21 Dec Winterization Home Maintenance Check List
Checklist for Winter Home Maintenance
Winterization may appear to be a simple procedure. It is more complicated than you think. Several small things go unacknowledged that could result in your home being damaged and utilities skyrocketing if you don’t take precautions. Winterizing your house entails sealing and protecting it from the elements. It can help you spend less time and money!
Why is winterization home maintenance important? Preparation is one of the best ways to save time and money during cold months. Knowing what you need to do is a simple way to prepare your home for the winter season. The colder it gets outside, the harder your heating system has to work.
In addition, there are often higher prices on certain utilities such as electricity and natural gas during the winter months. This means that you will want to take special precautions to make sure that your system does not break down. When you know what you are doing, it is easy to keep your home protected and prevent damage.
1. Check the Plumbing
The first step is to plan for when the chilly temperatures will arrive in your region. Knowing how long it will take for your water to freeze will help you figure out how many hours a day the temperature will be below 45 degrees. If there’s any time when the temperature may drop lower than 35 degrees, keep your faucets dripping so they don’t freeze up.
- If you know your pipes are going to freeze, turn off the water supply that feeds into them so they don’t burst.
- Ensure all outside faucets are emptied or insulated.
- Make sure any hoses connected to your outside spigots are disconnected and stored inside. If the hose isn’t drained, the water remaining inside may
2. Clean Your Gutters
If you expect a mild winter, you don’t have to be concerned about your gutters. However, if there will be a lot of snow falling from the sky, you should clean them ahead of time. Having your gutters cleaned allows the snow to slide off easily and also removes any leaves that may be clogging them.
- Ensure your downspouts are cleared before the snow begins to fall.
- Be sure to check your gutter guards and remove any that may be damaged or missing altogether.
3. Check Your Insulation
When it begins to get chilly, the first thing that is affected is your doors and windows. If they aren’t properly closed up, they will allow in drafts of air. Knowing where your drafts are can help you figure out how to work around them. Also, find out beforehand where your drafts are so you know how to deal with them.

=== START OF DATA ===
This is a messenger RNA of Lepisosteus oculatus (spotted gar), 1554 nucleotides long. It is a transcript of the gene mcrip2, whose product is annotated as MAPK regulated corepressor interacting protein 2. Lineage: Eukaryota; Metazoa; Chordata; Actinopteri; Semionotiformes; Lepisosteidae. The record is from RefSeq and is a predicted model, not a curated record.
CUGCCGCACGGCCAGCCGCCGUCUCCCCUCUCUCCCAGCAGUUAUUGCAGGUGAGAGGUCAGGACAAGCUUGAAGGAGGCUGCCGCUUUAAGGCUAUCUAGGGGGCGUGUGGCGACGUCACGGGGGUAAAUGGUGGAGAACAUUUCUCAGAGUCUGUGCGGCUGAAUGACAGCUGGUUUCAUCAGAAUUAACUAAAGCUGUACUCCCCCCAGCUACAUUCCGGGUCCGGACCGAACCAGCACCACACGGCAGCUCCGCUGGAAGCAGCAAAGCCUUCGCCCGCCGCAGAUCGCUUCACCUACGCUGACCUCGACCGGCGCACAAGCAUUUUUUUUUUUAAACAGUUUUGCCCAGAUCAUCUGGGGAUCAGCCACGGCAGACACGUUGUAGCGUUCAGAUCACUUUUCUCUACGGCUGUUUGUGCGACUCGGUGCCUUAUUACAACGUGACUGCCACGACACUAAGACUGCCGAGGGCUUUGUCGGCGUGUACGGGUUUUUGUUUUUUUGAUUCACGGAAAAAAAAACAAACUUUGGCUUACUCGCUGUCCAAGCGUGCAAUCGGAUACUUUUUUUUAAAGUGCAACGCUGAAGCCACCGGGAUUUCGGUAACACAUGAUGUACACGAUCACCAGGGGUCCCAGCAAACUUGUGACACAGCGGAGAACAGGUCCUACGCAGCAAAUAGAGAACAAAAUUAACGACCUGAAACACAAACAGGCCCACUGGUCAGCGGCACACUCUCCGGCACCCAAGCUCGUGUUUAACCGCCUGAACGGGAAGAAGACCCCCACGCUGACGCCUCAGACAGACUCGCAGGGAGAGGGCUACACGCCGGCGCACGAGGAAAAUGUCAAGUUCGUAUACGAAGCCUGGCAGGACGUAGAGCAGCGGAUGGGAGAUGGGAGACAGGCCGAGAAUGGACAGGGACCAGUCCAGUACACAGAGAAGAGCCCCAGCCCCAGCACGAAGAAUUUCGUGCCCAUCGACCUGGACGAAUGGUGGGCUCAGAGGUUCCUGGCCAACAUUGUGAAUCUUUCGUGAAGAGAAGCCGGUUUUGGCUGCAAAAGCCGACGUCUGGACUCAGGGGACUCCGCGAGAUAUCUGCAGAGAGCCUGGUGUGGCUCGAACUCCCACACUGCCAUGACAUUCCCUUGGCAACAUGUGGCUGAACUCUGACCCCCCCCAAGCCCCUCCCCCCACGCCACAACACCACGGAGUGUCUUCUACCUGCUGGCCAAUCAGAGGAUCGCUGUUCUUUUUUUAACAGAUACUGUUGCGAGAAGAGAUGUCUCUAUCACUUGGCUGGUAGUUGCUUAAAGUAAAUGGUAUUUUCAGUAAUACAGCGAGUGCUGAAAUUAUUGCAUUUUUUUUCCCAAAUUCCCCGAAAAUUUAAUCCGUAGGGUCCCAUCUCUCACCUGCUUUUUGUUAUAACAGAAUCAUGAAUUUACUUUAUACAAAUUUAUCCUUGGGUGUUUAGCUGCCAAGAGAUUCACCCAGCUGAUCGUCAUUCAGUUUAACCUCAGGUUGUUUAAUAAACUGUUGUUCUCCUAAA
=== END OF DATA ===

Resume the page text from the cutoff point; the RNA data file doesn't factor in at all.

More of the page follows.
There are many different ways for heat to enter your home. Because they’re hidden, these sources might not be readily apparent. However, cold air seeps under door thresholds and into attics, crawlspaces, and basements during the winter season (and throughout the year if you live in an area with extreme temperature swings). Because of this, much of your energy bills can be caused by drafts.
This means that you should make sure to seal your doors and windows. You can also insulate them if they are too drafty. It’s important to check the weather stripping on your exterior doors. If it is worn, replace it with new material so that all of the cracks are. Keep your fireplace damper closed when you are not using it.
4. Turn Off Appliances
When you know that it is going to be cold outside, turning off appliances that are not being used can save you quite a bit of money over time! Make sure that you know where any shut-off valves are located, just in case a pipe does burst due to freezing.
5. Prepare Your HVAC System
You should know when the first cold snap is coming so you know how much time you have to get your heating system ready before it hits! The first thing you should know is what kind of heating system you have. There are too many people who guess at what type of system they have and when it gets cold, they don’t know how to adjust their system.
Not only will a wood-burning fireplace give you more time to get it ready before the weather gets chilly, but it also makes for a great focal point. If your hearth is constructed of bricks, make sure it’s fireproof.
If you know you have a fireplace insert, there are fewer things for you to do. You should get the area ready for use and anticipate how long it will take to heat up once it is operational. If this isn’t sufficient, you may want to move on to the next stage before the cold sets in.
Oil furnaces need to know how much oil you have on hand, know if your filter is clean, and know exactly where your thermostat is located at. The last thing you want happening in an emergency is not knowing how to work your heating system!
Natural gas furnaces are the easiest to get ready for winter. You don’t have to know anything about them besides where your thermostat is and if the pilot light is still lit. Some furnace models have special pre-heat functions, so be sure you know what yours is capable of!
The electric heat pump generally just needs the panels and outdoor parts of it cleaned off before winter comes. However, know that some electric heat pumps require a proper shutdown procedure to ensure their components don’t freeze up!